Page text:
Today, I will time travel.
I am watching a television series right now that isn’t even interesting enough to share the name with you, but part of the premise relates to my time traveling. The heroes believe that the “fabric between worlds” is thinner in some places and at certain times, allowing those who know how to step from one world into another.
Although the television show doesn’t mention it, my kitchen on the Wednesday before Thanksgiving every year is such a place. Furthermore, I know how to step between the worlds, and I will do so today.
The catalysts that unravel the curtain between the past and the present are the sights, sounds, smells and tastes of prepping for Thanksgiving dinner. This year – of all the years – we need to transcend that fabric and visit those Thanksgivings that link our families together.
When the onion and celery chopping begin, my mother will appear with her worn cutting board and newly-sharpened knife – thanks to her friend Warren Harris – ready to mince and dice. The smell of simmering chicken broth will be strong on the stove. I will be putting the Crisco into the iron skillet for a brief stint in the oven before it is poured into the cornmeal for the cornbread.
As I step back, the rich scent of chocolate will bring a smile, as I reach for the wooden spoon my Mamaw is offering, its smooth surface covered in the deep chocolate filling that will soon be hidden under the stiff egg whites she is beating in the mixer. She will try, once again, to teach me the patience I need to make meringue. Her meringue will sit up perfectly. Mine will droop to the point of scrapping it off the pie and piling on Cool Whip.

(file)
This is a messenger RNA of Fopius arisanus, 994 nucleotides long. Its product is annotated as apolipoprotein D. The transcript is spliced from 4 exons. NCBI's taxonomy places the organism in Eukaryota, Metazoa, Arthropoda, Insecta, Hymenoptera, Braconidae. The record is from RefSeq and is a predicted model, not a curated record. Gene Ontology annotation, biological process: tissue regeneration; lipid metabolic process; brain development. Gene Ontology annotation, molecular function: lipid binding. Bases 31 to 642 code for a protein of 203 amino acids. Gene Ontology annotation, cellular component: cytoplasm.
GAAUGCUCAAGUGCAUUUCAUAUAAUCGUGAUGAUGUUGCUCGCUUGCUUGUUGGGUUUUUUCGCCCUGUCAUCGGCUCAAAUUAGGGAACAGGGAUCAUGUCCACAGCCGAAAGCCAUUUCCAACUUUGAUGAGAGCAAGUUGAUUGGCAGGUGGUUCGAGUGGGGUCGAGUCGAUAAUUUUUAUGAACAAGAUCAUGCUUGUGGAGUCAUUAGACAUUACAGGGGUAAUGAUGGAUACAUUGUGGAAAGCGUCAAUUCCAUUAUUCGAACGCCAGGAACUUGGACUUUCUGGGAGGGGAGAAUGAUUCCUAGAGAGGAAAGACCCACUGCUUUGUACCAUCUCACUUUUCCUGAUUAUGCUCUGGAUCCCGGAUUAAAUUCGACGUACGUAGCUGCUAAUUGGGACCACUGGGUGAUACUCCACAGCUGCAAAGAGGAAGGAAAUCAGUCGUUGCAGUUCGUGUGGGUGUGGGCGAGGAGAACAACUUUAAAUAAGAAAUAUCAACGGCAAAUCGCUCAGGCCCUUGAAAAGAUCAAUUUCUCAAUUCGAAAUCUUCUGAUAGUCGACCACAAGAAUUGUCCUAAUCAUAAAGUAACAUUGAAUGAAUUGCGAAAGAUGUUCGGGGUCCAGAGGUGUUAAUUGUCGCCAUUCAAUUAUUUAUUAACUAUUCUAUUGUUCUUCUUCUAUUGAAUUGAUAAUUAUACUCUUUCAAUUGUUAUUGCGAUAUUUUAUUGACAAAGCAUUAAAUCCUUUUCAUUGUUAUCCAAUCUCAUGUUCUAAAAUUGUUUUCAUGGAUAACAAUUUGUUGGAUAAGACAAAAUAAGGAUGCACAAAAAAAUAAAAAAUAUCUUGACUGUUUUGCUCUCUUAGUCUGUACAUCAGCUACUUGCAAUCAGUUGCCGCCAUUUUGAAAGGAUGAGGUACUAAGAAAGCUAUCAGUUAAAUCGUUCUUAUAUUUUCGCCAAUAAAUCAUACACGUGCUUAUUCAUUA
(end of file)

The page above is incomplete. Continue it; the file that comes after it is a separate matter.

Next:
As the smells and sounds mount to a frenzy, my boys will step into the kitchen. Trey will cube up the cheese for his beloved macaroni and cheese, and Brett, in a foretelling of a career to come, will offer to take over the onion chopping so I can stop crying. Their father will be updating them on what football games will be on at what times. We will all keep an eye on the Macy’s parade, watching for Santa and our favorite balloons.
The boys will pull in Mamaw and Papaw Howell, looking over Mamaw’s shoulder at their favorite broccoli casserole while Papaw fusses and arranges everything on the tables that will soon see generations of Burlesons gathered round. The eldest Burleson will say the Thanksgiving prayer – at one time Neville’s grandfather and later, his Uncle N.E., whose funeral we attended last week.
Back in the real world of 2020, Neville and I will sit down for Thanksgiving with my brother, Tim, and sister-in-law, Tina. Families have promised to “Zoom” in, but four around the table is as high as we felt comfortable going this year. We will miss everyone, especially those who sit at a heavenly table.
Still, every bite we take, every spoonful we dish up and every pie we slice rips into the fabric between past and present, and we are all together again. Traditions, memories and foods sustain us as love conquers time and distance, whether it be six feet or 60 years.
Sherri Gardner Howell has been writing about family life for newspapers and magazines since 1987. She lives in West Knoxville, is married to Neville Howell and has two sons and three grandsons.